Embodiment. Further to situated cognition, games differ from other communication modalities because they, more often than not, engage our muscles and therefore engage the body in a way that other modalities do not. Keogh (2018) cites Torban Grodel (2003) as saying that video games are “…stories for eye, ear and muscles” (p. 4). Isbister (2016) demonstrates the full body immersion afforded by games through functional magnetic resonance imaging (fMRI) scans of players brains firing up “mesolimbic neural circuits” to show how game experiences are felt profoundly by the human brain and body (p. 3). Keogh (2018) argues against the idea that we enter the body of our player avatar in the game; the situation is “much more complicated than simply stepping out of one world and skin and into others” (p. 3). Drawing on the concept of hybridity and intertwining of realities as the cyborg suggested by Haraway (1991), Keogh (2018) argues that the real answer is “located in the splice, in the hybrid all-at-once … (i)t is this flickering play of bodies that is the meaningful sensorial, situated experience of video game play” (p. 17). In the splice or hybridity of worlds, and virtual and real bodies colliding, the complex intermixed, multi-tasking consciousness of the game player, Keogh (2018) refines a phenomenology for analyzing and defining the experience of a video games which he defines as “embodied engagements through eyes-on-screens, ears-at-speakers and muscles-at-input-devices (p. 197). Ultimately, video games provoke strong feelings of connection with the in-game action and game characters because of that “flickering” connection with real bodies situated in real space (p. 17). Keogh (2018) writes that “the videogame corpus possess an embodied textuality that produces meaning” (p. 199, italics in original).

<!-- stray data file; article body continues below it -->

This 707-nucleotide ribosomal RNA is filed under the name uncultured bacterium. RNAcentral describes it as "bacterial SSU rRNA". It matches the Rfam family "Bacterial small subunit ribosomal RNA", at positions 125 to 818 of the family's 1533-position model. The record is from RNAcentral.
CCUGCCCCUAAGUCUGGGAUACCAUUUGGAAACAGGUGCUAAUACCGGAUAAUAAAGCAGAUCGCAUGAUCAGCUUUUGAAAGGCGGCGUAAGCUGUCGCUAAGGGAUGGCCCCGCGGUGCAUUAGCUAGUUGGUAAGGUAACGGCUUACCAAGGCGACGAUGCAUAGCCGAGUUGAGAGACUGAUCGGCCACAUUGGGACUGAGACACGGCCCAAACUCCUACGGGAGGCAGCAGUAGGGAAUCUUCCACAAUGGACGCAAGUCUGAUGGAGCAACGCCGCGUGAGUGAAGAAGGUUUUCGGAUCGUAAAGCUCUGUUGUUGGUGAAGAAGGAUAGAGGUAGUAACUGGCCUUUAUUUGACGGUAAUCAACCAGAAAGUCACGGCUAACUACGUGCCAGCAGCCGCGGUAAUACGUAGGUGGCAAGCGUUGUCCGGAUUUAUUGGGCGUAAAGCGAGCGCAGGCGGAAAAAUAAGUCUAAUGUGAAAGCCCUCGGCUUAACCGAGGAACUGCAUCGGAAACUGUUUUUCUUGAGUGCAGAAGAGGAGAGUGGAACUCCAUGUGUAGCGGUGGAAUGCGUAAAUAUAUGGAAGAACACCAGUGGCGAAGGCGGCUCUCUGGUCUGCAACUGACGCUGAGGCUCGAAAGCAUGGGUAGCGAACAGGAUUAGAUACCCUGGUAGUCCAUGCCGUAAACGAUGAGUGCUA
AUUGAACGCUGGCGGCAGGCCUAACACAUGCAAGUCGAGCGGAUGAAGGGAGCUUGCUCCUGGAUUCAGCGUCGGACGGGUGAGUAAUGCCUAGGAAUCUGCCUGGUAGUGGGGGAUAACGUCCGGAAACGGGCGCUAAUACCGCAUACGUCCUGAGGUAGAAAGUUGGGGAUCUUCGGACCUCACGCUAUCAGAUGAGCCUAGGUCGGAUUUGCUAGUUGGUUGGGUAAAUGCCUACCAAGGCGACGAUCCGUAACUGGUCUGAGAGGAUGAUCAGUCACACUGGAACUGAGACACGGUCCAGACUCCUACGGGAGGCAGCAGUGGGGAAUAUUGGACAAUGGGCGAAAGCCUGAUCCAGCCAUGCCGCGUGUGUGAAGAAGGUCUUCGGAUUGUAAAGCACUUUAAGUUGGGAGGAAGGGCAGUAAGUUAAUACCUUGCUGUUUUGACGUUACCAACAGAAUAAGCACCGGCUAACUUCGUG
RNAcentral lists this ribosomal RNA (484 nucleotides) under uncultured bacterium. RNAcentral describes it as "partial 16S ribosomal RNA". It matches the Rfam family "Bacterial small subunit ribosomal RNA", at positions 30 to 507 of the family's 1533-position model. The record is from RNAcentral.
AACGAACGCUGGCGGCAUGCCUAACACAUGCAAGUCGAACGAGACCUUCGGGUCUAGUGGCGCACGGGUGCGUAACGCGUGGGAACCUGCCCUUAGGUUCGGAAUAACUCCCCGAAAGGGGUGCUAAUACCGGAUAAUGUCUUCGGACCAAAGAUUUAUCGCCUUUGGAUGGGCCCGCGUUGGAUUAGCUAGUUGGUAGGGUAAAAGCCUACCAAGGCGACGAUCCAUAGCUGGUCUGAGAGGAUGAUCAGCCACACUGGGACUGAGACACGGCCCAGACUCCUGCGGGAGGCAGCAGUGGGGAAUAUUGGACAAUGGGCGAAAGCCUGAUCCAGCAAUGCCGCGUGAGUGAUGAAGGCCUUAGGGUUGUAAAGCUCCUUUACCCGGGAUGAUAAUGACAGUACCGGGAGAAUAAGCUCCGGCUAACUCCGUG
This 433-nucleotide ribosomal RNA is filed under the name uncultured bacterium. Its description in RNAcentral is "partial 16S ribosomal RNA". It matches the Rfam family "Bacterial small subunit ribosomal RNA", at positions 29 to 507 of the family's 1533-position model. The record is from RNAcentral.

As the theorists explored in this paper suggest, video games are both an art form, a glorious unification of sound, visual design, film-making, performance and writing, all while offering audience interactivity. Games are a powerful tool for education, connection and persuasion. Digital games are unique. They can offer their participatory audiences moments of unparalleled grace, connection with others and a means to promote empathy. Digital games give creators and storytellers a unique modality with which to communicate. Yes, ultimately, digital games can be empathy machines. This is because they offer a unique set of affordances that can help players experience empathy. These affordances include procedural rhetoric, situated cognition and embodiment.